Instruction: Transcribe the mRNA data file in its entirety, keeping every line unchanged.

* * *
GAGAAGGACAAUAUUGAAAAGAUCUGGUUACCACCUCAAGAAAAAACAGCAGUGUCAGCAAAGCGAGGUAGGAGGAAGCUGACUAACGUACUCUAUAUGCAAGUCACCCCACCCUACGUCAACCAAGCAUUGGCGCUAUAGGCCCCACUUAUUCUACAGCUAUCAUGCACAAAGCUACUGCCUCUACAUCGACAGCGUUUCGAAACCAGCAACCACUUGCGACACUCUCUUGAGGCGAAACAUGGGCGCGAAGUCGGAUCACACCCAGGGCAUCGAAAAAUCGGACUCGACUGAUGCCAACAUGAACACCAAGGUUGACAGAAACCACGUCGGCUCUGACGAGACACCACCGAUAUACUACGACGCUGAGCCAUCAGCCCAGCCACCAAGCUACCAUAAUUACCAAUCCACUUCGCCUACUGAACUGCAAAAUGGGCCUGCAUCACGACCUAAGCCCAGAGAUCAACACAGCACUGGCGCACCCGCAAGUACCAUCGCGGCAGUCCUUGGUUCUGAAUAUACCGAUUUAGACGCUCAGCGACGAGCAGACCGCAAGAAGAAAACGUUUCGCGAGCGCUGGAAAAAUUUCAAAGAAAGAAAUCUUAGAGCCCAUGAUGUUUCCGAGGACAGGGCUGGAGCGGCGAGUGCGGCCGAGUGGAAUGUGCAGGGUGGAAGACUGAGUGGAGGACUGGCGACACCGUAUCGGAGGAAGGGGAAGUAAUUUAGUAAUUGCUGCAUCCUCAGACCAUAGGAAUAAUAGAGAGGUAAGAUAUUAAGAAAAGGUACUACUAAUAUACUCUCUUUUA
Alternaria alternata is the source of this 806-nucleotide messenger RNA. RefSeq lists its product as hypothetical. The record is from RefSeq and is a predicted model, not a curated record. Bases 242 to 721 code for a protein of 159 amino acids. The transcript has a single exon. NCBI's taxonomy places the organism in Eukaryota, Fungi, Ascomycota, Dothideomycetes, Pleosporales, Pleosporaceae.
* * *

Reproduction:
GAGAAGGACAAUAUUGAAAAGAUCUGGUUACCACCUCAAGAAAAAACAGCAGUGUCAGCAAAGCGAGGUAGGAGGAAGCUGACUAACGUACUCUAUAUGCAAGUCACCCCACCCUACGUCAACCAAGCAUUGGCGCUAUAGGCCCCACUUAUUCUACAGCUAUCAUGCACAAAGCUACUGCCUCUACAUCGACAGCGUUUCGAAACCAGCAACCACUUGCGACACUCUCUUGAGGCGAAACAUGGGCGCGAAGUCGGAUCACACCCAGGGCAUCGAAAAAUCGGACUCGACUGAUGCCAACAUGAACACCAAGGUUGACAGAAACCACGUCGGCUCUGACGAGACACCACCGAUAUACUACGACGCUGAGCCAUCAGCCCAGCCACCAAGCUACCAUAAUUACCAAUCCACUUCGCCUACUGAACUGCAAAAUGGGCCUGCAUCACGACCUAAGCCCAGAGAUCAACACAGCACUGGCGCACCCGCAAGUACCAUCGCGGCAGUCCUUGGUUCUGAAUAUACCGAUUUAGACGCUCAGCGACGAGCAGACCGCAAGAAGAAAACGUUUCGCGAGCGCUGGAAAAAUUUCAAAGAAAGAAAUCUUAGAGCCCAUGAUGUUUCCGAGGACAGGGCUGGAGCGGCGAGUGCGGCCGAGUGGAAUGUGCAGGGUGGAAGACUGAGUGGAGGACUGGCGACACCGUAUCGGAGGAAGGGGAAGUAAUUUAGUAAUUGCUGCAUCCUCAGACCAUAGGAAUAAUAGAGAGGUAAGAUAUUAAGAAAAGGUACUACUAAUAUACUCUCUUUUA
Alternaria alternata is the source of this 806-nucleotide messenger RNA. RefSeq lists its product as hypothetical. The record is from RefSeq and is a predicted model, not a curated record. Bases 242 to 721 code for a protein of 159 amino acids. The transcript has a single exon. NCBI's taxonomy places the organism in Eukaryota, Fungi, Ascomycota, Dothideomycetes, Pleosporales, Pleosporaceae.